Precious Practice Pads

November 26, 2008 on 7:24 pm by Michael Grey | In Solo Piping, Stories, Tips | 4 Comments

A huge number of us are  stricken with the chronic challenge of trying to find a suitable place to practice the big pipes.   If a single chanter can reach 122 decibels and a pneumatic drill can reach 104 decibels, well, then, we all  know we need some fairly sound-tight space to rehearse our tunes of glory.  Hell, we didn’t need to know about the drill statistic; it’s simple, we need space to play our pipes.  Period.
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When Pipers Die

November 23, 2008 on 9:22 pm by Michael Grey | In Music, Pipe Bands, Solo Piping, Stories, Tips | 5 Comments

I’m just in the door from Scott MacAulay’s memorial, held this afternoon in Hamilton, Ontario.   A standing room only crowd with lots of music: bagpipes, smallpipes and Gaelic song, and lots of heartfelt memory.  It has been over two months since Scott’s death and, still, emotion was raw.  It was great to see so many old friends and aquaintances.  Scott would’ve been hugely proud of main organizers Kenny Eller, Donnie Forgan, Sue McCarroll and Bob MacCrimmon. “God love ‘em, ” he’d say, I’m sure.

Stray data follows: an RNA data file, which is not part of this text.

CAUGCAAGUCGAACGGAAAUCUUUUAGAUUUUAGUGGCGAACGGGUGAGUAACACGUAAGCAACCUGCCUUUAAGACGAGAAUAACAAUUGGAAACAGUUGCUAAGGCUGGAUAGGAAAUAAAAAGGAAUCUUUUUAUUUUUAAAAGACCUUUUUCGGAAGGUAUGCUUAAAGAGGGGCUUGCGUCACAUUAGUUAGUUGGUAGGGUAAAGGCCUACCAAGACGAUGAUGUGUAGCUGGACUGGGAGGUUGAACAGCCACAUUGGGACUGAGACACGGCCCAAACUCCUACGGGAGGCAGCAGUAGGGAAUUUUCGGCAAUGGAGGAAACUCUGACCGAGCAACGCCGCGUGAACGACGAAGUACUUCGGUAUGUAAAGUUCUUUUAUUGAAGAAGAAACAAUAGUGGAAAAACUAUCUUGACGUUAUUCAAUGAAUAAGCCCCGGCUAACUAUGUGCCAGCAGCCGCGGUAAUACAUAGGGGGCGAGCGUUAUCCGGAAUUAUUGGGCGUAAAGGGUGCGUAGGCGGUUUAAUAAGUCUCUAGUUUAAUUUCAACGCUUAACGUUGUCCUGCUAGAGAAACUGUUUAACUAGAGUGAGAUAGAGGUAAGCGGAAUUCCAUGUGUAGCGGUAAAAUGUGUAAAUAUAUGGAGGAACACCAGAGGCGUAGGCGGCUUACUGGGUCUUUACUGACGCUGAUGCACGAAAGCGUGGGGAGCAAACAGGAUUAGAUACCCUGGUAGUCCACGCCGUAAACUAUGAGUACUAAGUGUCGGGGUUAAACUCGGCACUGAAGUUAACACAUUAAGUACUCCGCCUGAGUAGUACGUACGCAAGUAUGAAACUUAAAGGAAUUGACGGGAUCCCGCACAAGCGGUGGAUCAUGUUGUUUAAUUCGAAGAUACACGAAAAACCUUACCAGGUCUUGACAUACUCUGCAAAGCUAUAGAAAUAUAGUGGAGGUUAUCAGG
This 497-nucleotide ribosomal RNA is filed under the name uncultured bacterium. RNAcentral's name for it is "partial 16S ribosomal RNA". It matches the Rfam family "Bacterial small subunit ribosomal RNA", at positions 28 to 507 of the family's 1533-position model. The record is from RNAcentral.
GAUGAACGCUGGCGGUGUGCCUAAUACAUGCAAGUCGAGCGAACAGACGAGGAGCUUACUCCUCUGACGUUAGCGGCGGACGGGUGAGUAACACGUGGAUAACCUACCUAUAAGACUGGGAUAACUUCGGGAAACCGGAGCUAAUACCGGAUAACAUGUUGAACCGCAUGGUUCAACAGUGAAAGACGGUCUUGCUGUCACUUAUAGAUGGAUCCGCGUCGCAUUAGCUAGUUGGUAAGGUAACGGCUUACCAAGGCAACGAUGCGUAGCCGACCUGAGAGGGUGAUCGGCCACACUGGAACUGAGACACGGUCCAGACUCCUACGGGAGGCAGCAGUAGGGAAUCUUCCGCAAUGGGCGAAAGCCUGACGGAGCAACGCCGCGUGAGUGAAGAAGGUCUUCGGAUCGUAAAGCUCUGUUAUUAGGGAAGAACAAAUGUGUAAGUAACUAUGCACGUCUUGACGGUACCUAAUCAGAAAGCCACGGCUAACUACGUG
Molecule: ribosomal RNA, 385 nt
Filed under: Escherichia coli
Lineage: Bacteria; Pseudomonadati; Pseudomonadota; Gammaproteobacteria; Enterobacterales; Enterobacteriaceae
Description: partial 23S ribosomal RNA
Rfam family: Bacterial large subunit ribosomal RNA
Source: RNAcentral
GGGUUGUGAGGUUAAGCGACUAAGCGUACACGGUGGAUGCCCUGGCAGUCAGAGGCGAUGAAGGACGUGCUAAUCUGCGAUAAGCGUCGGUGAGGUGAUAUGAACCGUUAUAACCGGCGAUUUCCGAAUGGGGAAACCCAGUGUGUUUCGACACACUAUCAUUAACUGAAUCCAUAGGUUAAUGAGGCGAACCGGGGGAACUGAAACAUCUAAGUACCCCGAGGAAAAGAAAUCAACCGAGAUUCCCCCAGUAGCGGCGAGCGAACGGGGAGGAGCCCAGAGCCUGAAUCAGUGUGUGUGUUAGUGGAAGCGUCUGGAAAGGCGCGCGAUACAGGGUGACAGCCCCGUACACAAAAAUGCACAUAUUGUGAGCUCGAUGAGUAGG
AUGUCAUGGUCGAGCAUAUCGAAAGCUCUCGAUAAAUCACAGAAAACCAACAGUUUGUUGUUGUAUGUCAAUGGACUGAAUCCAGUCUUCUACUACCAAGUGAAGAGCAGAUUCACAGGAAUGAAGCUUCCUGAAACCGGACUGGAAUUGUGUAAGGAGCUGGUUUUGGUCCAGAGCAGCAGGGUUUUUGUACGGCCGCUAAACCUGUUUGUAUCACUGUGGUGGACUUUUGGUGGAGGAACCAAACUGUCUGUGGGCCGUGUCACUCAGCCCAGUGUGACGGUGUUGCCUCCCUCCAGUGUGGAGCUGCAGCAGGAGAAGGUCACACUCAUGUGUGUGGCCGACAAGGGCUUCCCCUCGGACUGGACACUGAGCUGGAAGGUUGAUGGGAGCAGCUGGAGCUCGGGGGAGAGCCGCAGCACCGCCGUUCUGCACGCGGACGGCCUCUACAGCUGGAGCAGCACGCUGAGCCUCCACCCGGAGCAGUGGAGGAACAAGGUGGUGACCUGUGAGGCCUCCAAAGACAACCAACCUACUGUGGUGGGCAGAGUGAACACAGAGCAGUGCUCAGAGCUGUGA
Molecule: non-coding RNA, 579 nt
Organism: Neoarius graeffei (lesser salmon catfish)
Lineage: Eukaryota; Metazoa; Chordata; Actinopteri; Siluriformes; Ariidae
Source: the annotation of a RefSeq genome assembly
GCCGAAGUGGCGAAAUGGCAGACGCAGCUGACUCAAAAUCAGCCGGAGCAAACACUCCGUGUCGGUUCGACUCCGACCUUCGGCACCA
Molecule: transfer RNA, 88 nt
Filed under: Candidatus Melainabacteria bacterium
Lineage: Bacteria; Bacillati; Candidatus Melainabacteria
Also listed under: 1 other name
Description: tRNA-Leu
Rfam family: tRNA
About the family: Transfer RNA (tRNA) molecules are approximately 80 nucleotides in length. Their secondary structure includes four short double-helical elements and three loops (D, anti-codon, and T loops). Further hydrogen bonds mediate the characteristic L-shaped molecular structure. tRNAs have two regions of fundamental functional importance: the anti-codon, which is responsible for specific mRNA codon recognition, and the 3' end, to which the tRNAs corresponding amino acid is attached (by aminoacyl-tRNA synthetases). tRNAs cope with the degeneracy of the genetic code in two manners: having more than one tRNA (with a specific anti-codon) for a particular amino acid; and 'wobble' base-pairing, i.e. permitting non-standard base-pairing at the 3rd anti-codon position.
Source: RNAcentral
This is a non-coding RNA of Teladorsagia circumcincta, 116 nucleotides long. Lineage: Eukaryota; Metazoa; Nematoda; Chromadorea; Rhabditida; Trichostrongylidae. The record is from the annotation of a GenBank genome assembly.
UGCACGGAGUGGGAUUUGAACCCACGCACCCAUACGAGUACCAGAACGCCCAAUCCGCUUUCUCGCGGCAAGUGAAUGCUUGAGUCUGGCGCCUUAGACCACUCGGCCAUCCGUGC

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Let’s Harmonize the Set!

November 16, 2008 on 1:37 pm by Michael Grey | In Music, Pipe Bands, Tips | 18 Comments

Music that never fails to make me feel better for listening is the kind made on the accordion – especially Scottish dance band stuff, though any accordion, in almost any style, will do.  Piano or button key, the accordion is boxtastic.  
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Watching Paint Dry & Pipe Band MSRs

November 9, 2008 on 8:14 pm by Michael Grey | In Music, Pipe Bands, Whinges | 6 Comments

This weekend I happened across a quote courtesy of the French philosopher, Francois Marie Arouet (aka Voltaire). He wrote, “the best way to be boring is to leave nothing out”. Ain’t it the truth. Think of the masses of news coverage of the politician who misspeaks, or the chatter after a concert when a singer forgets lyrics or an actor forgets lines – the kind of stuff that morphs to memory, leaves a strong, nearly indelible impression. TV networks make buckets of cash (I guess) producing TV shows of outtakes and “bloopers”. People love it. What makes bull fighting timelessly popular with the Spanish public? The artistry and athleticism of the matador, without doubt. I suspect, though, it’s more the possibility of a good old-fashioned gouging that tells the true tale, a matadorian misstep of the lethal kind keeps the crowds coming, and holds the potential for biggest impression and, dare I say it, most exciting entertainment.
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